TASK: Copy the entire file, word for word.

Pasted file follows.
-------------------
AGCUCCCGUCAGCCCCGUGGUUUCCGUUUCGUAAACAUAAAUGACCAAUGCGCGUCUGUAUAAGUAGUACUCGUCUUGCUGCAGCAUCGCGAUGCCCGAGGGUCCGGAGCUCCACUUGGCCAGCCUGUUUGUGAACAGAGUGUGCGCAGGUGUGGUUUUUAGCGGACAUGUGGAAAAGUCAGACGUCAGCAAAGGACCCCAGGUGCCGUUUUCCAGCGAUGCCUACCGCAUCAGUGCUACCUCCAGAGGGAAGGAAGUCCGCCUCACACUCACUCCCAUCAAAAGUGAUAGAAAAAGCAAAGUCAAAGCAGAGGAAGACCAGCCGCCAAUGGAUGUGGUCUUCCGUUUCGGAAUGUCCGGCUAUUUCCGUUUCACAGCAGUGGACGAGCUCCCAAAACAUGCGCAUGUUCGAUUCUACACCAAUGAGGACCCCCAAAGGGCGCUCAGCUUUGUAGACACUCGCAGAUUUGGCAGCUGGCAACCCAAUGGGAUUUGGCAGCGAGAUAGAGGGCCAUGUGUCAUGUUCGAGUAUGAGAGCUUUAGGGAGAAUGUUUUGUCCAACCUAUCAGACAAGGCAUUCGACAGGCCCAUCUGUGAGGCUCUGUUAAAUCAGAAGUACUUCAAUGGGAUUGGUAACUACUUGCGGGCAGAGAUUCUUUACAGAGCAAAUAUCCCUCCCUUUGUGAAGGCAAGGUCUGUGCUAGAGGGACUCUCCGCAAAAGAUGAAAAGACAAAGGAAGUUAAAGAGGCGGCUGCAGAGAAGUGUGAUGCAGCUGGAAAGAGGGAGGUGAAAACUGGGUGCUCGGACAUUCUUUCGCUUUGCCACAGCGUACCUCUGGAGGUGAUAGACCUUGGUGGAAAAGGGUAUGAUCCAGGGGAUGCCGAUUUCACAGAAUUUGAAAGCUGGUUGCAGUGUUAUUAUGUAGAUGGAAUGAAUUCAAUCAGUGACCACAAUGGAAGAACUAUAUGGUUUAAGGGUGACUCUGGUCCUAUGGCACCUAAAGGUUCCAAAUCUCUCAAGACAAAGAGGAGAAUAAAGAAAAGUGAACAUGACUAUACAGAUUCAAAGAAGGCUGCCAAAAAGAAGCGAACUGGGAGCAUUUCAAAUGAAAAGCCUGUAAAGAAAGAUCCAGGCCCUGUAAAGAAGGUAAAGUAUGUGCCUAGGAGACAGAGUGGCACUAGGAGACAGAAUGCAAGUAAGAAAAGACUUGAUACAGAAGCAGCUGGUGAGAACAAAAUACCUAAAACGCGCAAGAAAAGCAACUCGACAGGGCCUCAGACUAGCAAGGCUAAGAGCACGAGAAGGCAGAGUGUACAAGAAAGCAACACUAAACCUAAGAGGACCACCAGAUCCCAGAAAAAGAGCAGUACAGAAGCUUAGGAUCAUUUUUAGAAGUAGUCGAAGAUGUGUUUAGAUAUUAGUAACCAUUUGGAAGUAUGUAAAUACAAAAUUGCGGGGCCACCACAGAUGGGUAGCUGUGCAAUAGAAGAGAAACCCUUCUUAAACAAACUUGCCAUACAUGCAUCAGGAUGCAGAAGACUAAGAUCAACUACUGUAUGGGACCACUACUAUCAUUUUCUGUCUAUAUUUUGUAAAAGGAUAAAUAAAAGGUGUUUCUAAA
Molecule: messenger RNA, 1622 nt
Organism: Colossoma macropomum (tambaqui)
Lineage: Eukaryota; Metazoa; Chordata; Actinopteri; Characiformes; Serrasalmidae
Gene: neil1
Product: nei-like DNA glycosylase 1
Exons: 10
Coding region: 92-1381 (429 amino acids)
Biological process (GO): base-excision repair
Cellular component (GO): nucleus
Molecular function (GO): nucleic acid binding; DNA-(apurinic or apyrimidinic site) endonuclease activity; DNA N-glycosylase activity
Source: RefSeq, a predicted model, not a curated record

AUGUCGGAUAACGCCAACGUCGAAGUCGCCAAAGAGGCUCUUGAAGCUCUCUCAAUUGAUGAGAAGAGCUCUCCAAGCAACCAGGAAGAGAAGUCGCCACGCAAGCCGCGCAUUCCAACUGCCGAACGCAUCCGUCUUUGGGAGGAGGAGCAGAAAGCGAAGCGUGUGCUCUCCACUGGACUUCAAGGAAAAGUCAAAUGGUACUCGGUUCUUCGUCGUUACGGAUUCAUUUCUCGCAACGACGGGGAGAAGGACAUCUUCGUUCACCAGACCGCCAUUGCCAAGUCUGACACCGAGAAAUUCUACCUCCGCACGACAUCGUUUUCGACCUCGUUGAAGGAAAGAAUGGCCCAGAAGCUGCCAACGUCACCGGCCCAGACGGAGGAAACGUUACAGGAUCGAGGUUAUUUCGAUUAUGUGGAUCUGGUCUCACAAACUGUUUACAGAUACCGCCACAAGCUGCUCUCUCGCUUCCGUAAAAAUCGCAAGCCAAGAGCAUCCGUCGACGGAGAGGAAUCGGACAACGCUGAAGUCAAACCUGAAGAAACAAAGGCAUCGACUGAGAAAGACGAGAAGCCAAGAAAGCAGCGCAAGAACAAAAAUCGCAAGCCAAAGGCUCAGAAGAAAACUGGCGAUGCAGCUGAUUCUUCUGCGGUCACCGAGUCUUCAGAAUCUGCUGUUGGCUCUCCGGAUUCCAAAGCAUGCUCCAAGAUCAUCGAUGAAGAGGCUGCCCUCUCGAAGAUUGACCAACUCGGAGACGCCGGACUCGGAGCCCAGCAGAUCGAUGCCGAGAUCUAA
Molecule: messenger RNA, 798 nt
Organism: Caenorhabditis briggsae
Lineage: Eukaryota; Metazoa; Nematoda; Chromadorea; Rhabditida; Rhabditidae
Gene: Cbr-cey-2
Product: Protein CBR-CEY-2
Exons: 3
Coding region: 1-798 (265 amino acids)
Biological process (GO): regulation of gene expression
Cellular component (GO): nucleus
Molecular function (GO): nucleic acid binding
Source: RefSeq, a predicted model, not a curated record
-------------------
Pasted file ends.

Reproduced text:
AGCUCCCGUCAGCCCCGUGGUUUCCGUUUCGUAAACAUAAAUGACCAAUGCGCGUCUGUAUAAGUAGUACUCGUCUUGCUGCAGCAUCGCGAUGCCCGAGGGUCCGGAGCUCCACUUGGCCAGCCUGUUUGUGAACAGAGUGUGCGCAGGUGUGGUUUUUAGCGGACAUGUGGAAAAGUCAGACGUCAGCAAAGGACCCCAGGUGCCGUUUUCCAGCGAUGCCUACCGCAUCAGUGCUACCUCCAGAGGGAAGGAAGUCCGCCUCACACUCACUCCCAUCAAAAGUGAUAGAAAAAGCAAAGUCAAAGCAGAGGAAGACCAGCCGCCAAUGGAUGUGGUCUUCCGUUUCGGAAUGUCCGGCUAUUUCCGUUUCACAGCAGUGGACGAGCUCCCAAAACAUGCGCAUGUUCGAUUCUACACCAAUGAGGACCCCCAAAGGGCGCUCAGCUUUGUAGACACUCGCAGAUUUGGCAGCUGGCAACCCAAUGGGAUUUGGCAGCGAGAUAGAGGGCCAUGUGUCAUGUUCGAGUAUGAGAGCUUUAGGGAGAAUGUUUUGUCCAACCUAUCAGACAAGGCAUUCGACAGGCCCAUCUGUGAGGCUCUGUUAAAUCAGAAGUACUUCAAUGGGAUUGGUAACUACUUGCGGGCAGAGAUUCUUUACAGAGCAAAUAUCCCUCCCUUUGUGAAGGCAAGGUCUGUGCUAGAGGGACUCUCCGCAAAAGAUGAAAAGACAAAGGAAGUUAAAGAGGCGGCUGCAGAGAAGUGUGAUGCAGCUGGAAAGAGGGAGGUGAAAACUGGGUGCUCGGACAUUCUUUCGCUUUGCCACAGCGUACCUCUGGAGGUGAUAGACCUUGGUGGAAAAGGGUAUGAUCCAGGGGAUGCCGAUUUCACAGAAUUUGAAAGCUGGUUGCAGUGUUAUUAUGUAGAUGGAAUGAAUUCAAUCAGUGACCACAAUGGAAGAACUAUAUGGUUUAAGGGUGACUCUGGUCCUAUGGCACCUAAAGGUUCCAAAUCUCUCAAGACAAAGAGGAGAAUAAAGAAAAGUGAACAUGACUAUACAGAUUCAAAGAAGGCUGCCAAAAAGAAGCGAACUGGGAGCAUUUCAAAUGAAAAGCCUGUAAAGAAAGAUCCAGGCCCUGUAAAGAAGGUAAAGUAUGUGCCUAGGAGACAGAGUGGCACUAGGAGACAGAAUGCAAGUAAGAAAAGACUUGAUACAGAAGCAGCUGGUGAGAACAAAAUACCUAAAACGCGCAAGAAAAGCAACUCGACAGGGCCUCAGACUAGCAAGGCUAAGAGCACGAGAAGGCAGAGUGUACAAGAAAGCAACACUAAACCUAAGAGGACCACCAGAUCCCAGAAAAAGAGCAGUACAGAAGCUUAGGAUCAUUUUUAGAAGUAGUCGAAGAUGUGUUUAGAUAUUAGUAACCAUUUGGAAGUAUGUAAAUACAAAAUUGCGGGGCCACCACAGAUGGGUAGCUGUGCAAUAGAAGAGAAACCCUUCUUAAACAAACUUGCCAUACAUGCAUCAGGAUGCAGAAGACUAAGAUCAACUACUGUAUGGGACCACUACUAUCAUUUUCUGUCUAUAUUUUGUAAAAGGAUAAAUAAAAGGUGUUUCUAAA
Molecule: messenger RNA, 1622 nt
Organism: Colossoma macropomum (tambaqui)
Lineage: Eukaryota; Metazoa; Chordata; Actinopteri; Characiformes; Serrasalmidae
Gene: neil1
Product: nei-like DNA glycosylase 1
Exons: 10
Coding region: 92-1381 (429 amino acids)
Biological process (GO): base-excision repair
Cellular component (GO): nucleus
Molecular function (GO): nucleic acid binding; DNA-(apurinic or apyrimidinic site) endonuclease activity; DNA N-glycosylase activity
Source: RefSeq, a predicted model, not a curated record

AUGUCGGAUAACGCCAACGUCGAAGUCGCCAAAGAGGCUCUUGAAGCUCUCUCAAUUGAUGAGAAGAGCUCUCCAAGCAACCAGGAAGAGAAGUCGCCACGCAAGCCGCGCAUUCCAACUGCCGAACGCAUCCGUCUUUGGGAGGAGGAGCAGAAAGCGAAGCGUGUGCUCUCCACUGGACUUCAAGGAAAAGUCAAAUGGUACUCGGUUCUUCGUCGUUACGGAUUCAUUUCUCGCAACGACGGGGAGAAGGACAUCUUCGUUCACCAGACCGCCAUUGCCAAGUCUGACACCGAGAAAUUCUACCUCCGCACGACAUCGUUUUCGACCUCGUUGAAGGAAAGAAUGGCCCAGAAGCUGCCAACGUCACCGGCCCAGACGGAGGAAACGUUACAGGAUCGAGGUUAUUUCGAUUAUGUGGAUCUGGUCUCACAAACUGUUUACAGAUACCGCCACAAGCUGCUCUCUCGCUUCCGUAAAAAUCGCAAGCCAAGAGCAUCCGUCGACGGAGAGGAAUCGGACAACGCUGAAGUCAAACCUGAAGAAACAAAGGCAUCGACUGAGAAAGACGAGAAGCCAAGAAAGCAGCGCAAGAACAAAAAUCGCAAGCCAAAGGCUCAGAAGAAAACUGGCGAUGCAGCUGAUUCUUCUGCGGUCACCGAGUCUUCAGAAUCUGCUGUUGGCUCUCCGGAUUCCAAAGCAUGCUCCAAGAUCAUCGAUGAAGAGGCUGCCCUCUCGAAGAUUGACCAACUCGGAGACGCCGGACUCGGAGCCCAGCAGAUCGAUGCCGAGAUCUAA
Molecule: messenger RNA, 798 nt
Organism: Caenorhabditis briggsae
Lineage: Eukaryota; Metazoa; Nematoda; Chromadorea; Rhabditida; Rhabditidae
Gene: Cbr-cey-2
Product: Protein CBR-CEY-2
Exons: 3
Coding region: 1-798 (265 amino acids)
Biological process (GO): regulation of gene expression
Cellular component (GO): nucleus
Molecular function (GO): nucleic acid binding
Source: RefSeq, a predicted model, not a curated record